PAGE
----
The general case against censorship as a principle, and the particular case against the existing English censorship and against its replacement by a more enlightened one, is now complete. The following is a recapitulation of the propositions and conclusions contended for.
1. The question of censorship or no censorship is a question of high political principle and not of petty policy.
2. The toleration of heresy and shocks to morality on the stage, and even their protection against the prejudices and superstitions which necessarily enter largely into morality and public opinion, are essential to the welfare of the nation.
3. The existing censorship of the Lord Chamberlain does not only intentionally suppress heresy and challenges to morality in their serious and avowed forms, but unintentionally gives the special protection of its official licence to the most extreme impropriety that the lowest section of London playgoers will tolerate in theatres especially devoted to their entertainment, licensing everything that is popular and forbidding any attempt to change public opinion or morals.
4. The Lord Chamberlain's censorship is open to the special objection that its application to political plays is taken to indicate the attitude of the Crown on questions of domestic and foreign policy, and that it imposes the limits of etiquet on the historical drama.
5. A censorship of a more enlightened and independent kind, exercised by the most eminent available authorities, would prove in practice more disastrous than the censorship of the Lord Chamberlain, because the more eminent its members were the less possible it would be for them to accept the responsibility for heresy or immorality by licensing them, and because the many heretical and immoral plays which now pass the Lord Chamberlain because he does not understand them, would be understood and suppressed by a more highly enlightened censorship.
6. A reconstructed and enlightened censorship would be armed with summary and effective powers which would stop the evasions by which heretical and immoral plays are now performed in spite of the Lord Chamberlain; and such powers would constitute a tyranny which would ruin the theatre spiritually by driving all independent thinkers from the drama into the uncensored forms of art.
7. The work of critically examining all stage plays in their written form, and of witnessing their performance in order to see that the sense is not altered by the stage business, would, even if it were divided among so many officials as to be physically possible, be mentally impossible to persons of taste and enlightenment.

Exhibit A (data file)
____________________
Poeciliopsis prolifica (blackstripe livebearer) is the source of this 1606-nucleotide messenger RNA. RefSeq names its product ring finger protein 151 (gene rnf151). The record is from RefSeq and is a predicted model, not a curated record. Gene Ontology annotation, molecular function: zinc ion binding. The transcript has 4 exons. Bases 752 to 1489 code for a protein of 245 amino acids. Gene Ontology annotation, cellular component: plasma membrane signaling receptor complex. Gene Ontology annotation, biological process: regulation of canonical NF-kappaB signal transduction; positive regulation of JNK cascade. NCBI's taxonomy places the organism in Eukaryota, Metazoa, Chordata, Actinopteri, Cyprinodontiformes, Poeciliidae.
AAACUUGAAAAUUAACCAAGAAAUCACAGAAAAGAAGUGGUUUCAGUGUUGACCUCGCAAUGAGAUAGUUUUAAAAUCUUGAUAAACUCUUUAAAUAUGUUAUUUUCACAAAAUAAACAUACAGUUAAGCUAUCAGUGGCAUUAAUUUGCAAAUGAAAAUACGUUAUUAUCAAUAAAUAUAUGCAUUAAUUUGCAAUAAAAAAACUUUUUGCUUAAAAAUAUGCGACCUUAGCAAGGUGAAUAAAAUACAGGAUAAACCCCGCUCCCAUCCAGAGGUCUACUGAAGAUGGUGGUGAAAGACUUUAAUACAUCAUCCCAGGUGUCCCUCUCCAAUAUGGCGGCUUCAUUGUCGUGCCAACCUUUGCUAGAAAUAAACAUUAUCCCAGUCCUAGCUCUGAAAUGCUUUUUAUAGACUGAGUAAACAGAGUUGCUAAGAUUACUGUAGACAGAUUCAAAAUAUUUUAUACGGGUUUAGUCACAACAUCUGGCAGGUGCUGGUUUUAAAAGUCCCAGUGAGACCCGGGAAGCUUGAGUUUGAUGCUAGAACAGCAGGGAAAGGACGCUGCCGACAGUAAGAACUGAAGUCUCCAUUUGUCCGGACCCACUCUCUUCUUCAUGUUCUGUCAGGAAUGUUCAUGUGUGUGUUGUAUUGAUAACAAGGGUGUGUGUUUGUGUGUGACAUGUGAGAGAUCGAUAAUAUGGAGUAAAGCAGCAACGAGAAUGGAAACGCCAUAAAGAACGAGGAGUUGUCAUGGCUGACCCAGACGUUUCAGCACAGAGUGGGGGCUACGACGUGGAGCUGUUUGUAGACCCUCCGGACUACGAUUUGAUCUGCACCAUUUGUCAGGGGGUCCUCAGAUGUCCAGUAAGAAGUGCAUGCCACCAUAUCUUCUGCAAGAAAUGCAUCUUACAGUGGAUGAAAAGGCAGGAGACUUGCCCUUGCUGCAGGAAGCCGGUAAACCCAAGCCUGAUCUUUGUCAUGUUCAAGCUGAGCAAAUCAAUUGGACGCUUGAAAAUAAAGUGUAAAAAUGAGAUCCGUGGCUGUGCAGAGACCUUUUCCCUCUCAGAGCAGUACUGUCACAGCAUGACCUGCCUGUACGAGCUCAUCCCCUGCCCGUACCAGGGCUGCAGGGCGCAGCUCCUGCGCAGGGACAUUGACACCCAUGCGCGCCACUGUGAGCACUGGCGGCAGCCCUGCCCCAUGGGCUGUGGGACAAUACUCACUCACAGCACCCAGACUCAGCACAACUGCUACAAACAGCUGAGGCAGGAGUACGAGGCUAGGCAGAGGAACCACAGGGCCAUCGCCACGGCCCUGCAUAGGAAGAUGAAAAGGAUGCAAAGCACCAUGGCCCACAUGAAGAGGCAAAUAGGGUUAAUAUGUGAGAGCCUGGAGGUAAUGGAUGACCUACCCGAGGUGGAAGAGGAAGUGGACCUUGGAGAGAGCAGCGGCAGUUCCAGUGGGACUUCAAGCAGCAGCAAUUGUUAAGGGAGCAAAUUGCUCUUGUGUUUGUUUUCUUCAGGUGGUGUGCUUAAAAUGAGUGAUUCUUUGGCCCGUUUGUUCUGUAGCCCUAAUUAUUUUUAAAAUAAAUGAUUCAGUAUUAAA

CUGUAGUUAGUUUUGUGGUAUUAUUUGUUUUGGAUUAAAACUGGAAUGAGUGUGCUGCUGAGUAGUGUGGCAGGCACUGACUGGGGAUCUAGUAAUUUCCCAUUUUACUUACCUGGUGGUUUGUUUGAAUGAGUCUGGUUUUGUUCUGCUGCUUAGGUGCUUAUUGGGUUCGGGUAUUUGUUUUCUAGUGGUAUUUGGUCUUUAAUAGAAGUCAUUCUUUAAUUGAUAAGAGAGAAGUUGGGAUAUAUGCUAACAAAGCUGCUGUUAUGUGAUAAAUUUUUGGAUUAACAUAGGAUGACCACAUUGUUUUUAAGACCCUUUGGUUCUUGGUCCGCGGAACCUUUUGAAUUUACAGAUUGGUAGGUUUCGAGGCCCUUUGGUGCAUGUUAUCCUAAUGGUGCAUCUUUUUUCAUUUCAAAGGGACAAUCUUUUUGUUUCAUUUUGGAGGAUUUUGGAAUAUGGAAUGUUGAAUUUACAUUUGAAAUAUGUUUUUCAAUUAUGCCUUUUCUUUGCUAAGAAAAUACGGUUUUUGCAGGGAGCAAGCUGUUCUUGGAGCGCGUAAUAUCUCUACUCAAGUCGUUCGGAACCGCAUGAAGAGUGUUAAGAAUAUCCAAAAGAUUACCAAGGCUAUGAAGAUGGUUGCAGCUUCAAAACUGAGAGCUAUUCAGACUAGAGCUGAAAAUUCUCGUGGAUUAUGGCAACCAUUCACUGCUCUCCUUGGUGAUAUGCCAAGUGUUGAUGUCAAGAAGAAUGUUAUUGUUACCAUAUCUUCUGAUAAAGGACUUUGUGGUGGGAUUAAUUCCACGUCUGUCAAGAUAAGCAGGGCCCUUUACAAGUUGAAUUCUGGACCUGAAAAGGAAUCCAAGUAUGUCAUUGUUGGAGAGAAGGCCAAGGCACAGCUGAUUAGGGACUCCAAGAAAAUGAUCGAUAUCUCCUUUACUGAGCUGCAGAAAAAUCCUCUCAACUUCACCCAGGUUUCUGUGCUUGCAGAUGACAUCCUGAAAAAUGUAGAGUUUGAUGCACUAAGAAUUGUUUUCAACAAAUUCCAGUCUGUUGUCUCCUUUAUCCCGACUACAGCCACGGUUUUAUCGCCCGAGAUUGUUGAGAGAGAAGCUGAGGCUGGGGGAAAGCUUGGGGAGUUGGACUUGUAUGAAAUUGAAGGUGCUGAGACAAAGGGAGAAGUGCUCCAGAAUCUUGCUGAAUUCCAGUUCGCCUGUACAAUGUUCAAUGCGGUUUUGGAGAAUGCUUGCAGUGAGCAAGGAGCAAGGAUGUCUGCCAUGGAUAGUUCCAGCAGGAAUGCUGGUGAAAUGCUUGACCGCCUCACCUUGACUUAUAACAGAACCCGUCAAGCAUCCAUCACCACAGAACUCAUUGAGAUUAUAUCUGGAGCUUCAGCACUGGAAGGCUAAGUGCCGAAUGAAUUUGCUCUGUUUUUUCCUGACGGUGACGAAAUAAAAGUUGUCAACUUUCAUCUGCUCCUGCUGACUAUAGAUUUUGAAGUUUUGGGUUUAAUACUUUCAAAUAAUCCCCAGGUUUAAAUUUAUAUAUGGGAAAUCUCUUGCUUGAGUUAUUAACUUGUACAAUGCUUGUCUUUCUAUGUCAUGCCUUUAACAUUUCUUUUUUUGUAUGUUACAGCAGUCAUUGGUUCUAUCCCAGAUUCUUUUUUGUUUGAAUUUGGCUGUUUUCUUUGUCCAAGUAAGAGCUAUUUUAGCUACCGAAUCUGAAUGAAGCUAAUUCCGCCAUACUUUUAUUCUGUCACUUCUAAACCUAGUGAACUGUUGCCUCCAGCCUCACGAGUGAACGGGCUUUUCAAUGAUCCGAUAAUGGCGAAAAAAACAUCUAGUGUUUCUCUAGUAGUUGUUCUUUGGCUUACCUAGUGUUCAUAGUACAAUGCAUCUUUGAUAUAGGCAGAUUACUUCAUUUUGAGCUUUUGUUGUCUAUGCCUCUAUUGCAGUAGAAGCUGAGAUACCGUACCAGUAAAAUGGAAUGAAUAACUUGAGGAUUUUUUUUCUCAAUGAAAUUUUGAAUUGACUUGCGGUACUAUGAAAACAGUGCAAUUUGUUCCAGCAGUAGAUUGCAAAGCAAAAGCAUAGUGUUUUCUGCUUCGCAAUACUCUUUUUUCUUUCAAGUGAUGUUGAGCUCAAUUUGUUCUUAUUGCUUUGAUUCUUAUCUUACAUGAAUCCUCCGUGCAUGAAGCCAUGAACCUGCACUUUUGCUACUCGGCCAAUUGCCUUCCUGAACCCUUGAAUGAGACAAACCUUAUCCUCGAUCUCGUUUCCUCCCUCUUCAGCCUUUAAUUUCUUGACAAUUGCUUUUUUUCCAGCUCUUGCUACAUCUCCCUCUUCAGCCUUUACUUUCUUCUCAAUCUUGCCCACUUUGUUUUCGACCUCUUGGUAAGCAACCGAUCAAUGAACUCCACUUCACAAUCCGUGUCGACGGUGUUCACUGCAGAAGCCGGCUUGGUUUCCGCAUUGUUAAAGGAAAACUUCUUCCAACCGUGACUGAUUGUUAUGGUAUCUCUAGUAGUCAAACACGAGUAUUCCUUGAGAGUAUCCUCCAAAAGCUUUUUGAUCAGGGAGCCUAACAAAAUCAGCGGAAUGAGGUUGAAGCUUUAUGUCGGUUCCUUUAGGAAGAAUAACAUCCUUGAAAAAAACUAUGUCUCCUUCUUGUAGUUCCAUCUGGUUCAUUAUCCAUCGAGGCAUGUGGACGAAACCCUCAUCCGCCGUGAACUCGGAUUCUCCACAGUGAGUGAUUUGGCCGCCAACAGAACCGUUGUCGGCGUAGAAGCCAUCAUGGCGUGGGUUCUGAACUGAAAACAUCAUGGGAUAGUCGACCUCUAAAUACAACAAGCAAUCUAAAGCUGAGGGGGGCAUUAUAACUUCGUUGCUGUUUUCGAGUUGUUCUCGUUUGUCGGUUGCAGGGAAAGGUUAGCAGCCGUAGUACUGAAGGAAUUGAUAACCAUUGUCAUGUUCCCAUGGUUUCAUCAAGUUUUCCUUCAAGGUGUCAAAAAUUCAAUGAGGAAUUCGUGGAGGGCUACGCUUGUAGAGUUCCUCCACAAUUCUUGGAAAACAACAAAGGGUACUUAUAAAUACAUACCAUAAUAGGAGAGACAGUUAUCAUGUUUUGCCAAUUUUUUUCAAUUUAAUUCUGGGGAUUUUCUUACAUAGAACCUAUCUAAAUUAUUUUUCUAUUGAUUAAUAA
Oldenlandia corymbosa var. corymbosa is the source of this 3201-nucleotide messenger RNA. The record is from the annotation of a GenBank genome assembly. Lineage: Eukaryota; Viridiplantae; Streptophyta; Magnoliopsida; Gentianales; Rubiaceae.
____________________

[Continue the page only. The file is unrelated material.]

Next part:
8. Regulation of theatres is an entirely different matter from censorship, inasmuch as a theatre, being not only a stage, but a place licensed for the sale of spirits, and a public resort capable of being put to disorderly use, and needing special provision for the safety of audiences in cases of fire, etc., cannot be abandoned wholly to private control, and may therefore reasonably be made subject to an annual licence like those now required before allowing premises to be used publicly for music and dancing.
9. In order to prevent the powers of the licensing authority being abused so as to constitute a virtual censorship, any Act transferring the theatres to the control of a licensing authority should be made also a charter of the rights of dramatic authors and managers by the following provisions:
A. The public prosecutor (the Attorney-General) alone should have the right to set the law in operation against the manager of a theatre or the author of a play in respect of the character of the play or entertainment.
B. No disclosure of the particulars of a theatrical entertainment shall be required before performance.
C. Licences shall not be withheld on the ground that the existence of theatres is dangerous to religion and morals, or on the ground that any entertainment given or contemplated is heretical or immoral.
D. The licensing area shall be no less than that of a County Council or City Corporation, which shall not delegate its licensing powers to any minor local authority or to any official or committee; it shall decide all questions affecting the existence of a theatrical licence by vote of the entire body; managers, lessees, and proprietors of theatres shall have the right to plead, in person or by counsel, against a proposal to withhold a licence; and the licence shall not be withheld except for stated reasons, the validity of which shall be subject to the judgment of the high courts.
E. The annual licence, once granted, shall not be cancelled or suspended unless the manager has been convicted by public prosecution of an offence against the ordinary laws against disorderly housekeeping, indecency, blasphemy, etc., except in cases where some structural or sanitary defect in the building necessitates immediate action for the protection of the public against physical injury.
F. No licence shall be refused on the ground that the proximity of the theatre to a church, mission hall, school, or other place of worship, edification, instruction, or entertainment (including another theatre) would draw the public away from such places into its own doors.